Lynaka raised an amused eyebrow. "I'm sure you're going to tell me the story now."
He grinned, indicating she should go ahead of him with a wave of his hand. "But of course," he said. "It's one of my more interesting adventures."
The Gerudo refrained from rolling her eyes, falling into step beside Daskin as they strolled around the fountain. "Do you have many 'adventures', or do you spend most of your time sitting around watching people?" she asked teasingly.
Daskin lightly feigned indignation. "My lady, only a small portion of my time is spent idly in cafés, waiting for pretty girls to walk by. With the nice boring peace we're under, you've got to make your own fun, unless you want to go off and fight in one of Queen Zelda's wars, which I don't."
She looked over at him. "Do you have something against what your queen is doing?"
He shrugged. "Hey, I'm all for eradicating slavery, but there are too many slavers who've gotten too rich off their trade to sit around and let Queen Zelda disrupt their business. Her advisors have been telling her for years that sooner or later they're going to band together and take her on in force."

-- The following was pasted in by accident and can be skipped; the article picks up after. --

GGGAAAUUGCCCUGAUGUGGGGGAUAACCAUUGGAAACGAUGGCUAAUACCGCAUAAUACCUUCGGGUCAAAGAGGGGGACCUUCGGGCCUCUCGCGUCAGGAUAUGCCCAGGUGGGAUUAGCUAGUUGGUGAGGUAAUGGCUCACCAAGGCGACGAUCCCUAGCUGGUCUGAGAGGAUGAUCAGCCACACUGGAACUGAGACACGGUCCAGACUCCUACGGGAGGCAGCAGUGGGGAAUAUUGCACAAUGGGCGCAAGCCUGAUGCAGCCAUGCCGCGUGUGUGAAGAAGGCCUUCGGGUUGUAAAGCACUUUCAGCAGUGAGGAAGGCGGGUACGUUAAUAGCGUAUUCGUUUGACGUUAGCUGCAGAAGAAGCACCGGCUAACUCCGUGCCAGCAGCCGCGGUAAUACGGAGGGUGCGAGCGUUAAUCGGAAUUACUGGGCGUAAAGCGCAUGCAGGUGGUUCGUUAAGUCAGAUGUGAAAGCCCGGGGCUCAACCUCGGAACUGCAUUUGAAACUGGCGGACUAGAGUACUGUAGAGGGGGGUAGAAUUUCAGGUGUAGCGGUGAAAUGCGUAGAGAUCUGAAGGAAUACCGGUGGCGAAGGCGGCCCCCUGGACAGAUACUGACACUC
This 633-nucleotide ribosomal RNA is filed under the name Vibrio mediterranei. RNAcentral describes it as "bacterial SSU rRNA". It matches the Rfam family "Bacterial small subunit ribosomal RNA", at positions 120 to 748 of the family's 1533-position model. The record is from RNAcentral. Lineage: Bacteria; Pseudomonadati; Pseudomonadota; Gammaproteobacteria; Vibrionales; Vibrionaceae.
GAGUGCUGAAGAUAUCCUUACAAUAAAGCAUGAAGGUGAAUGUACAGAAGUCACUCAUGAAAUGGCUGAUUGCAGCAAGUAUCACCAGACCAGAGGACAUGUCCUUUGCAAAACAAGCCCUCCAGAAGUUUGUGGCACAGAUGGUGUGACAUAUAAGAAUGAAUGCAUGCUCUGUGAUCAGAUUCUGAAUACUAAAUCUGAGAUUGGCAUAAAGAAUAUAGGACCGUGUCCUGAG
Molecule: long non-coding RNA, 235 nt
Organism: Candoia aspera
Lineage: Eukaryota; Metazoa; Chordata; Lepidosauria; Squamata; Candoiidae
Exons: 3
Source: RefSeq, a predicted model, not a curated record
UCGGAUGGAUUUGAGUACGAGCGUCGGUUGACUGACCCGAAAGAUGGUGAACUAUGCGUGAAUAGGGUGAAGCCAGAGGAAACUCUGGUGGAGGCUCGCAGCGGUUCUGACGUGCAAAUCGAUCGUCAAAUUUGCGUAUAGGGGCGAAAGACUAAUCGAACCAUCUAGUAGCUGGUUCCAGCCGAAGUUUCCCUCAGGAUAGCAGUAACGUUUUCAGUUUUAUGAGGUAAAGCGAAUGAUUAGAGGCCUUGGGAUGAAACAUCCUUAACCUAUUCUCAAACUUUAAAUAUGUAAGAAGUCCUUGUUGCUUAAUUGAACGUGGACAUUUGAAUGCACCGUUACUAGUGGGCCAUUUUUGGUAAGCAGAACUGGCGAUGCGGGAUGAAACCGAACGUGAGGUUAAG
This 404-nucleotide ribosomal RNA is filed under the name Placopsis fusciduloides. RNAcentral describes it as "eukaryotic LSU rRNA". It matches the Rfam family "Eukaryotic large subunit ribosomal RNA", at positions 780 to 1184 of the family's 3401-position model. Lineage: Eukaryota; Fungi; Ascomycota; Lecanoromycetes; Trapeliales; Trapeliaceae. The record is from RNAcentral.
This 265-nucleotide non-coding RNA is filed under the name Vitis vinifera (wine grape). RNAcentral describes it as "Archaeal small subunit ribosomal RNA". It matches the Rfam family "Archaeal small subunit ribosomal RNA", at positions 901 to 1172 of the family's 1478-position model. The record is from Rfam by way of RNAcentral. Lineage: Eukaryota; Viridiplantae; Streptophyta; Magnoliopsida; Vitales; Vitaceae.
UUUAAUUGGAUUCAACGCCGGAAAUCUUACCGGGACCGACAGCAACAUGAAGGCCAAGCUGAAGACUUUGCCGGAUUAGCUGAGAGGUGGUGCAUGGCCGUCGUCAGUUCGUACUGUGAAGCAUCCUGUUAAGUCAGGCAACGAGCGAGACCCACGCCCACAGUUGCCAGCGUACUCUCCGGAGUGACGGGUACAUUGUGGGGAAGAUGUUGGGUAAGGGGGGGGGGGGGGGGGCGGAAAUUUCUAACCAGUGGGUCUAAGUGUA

Lynaka smiled. "And yet, the Hylian Army conquers more territory with each campaign. The slavers have only a few cities left now. They're all but crushed for good."
Daskin shrugged again. "Eh, I don't want to debate politics. I'd rather talk about something else." He grinned, rapping the leather-wrapped scabbard of his sword with his knuckles. "I was going to tell you about that noble's life I saved, wasn't I?"
Lynaka sighed, feigning patience. "If you must."
He grinned. "I must." He ran his thumb over the crosspiece of his weapon, rubbing a scratch in the metal with his fingernail as if just then noticing it.
Filling it with fancy words and details Lynaka thought unnecessary, Daskin described how he had encountered a noble and his wife in Faron Woods and had helped them fend off some highwaymen. During the fight, his sword had broken, but he and the noble had managed to drive off the highwaymen, and as thanks, the noble had his personal blacksmith craft a new sword for Daskin. He also mentioned that he had 'made the acquaintance' of both the nobles' daughter and their maid while he was waiting for the sword to be finished, which Lynaka understood perfectly, thinking it the most unnecessary of his added details. Who did he think he was telling the story to, one of his drinking comrades?
Lynaka raised a skeptical eyebrow as Daskin finished his story. She couldn't decide whether to be offended or amused at his attitude, but she decided to be amused and chuckled shortly.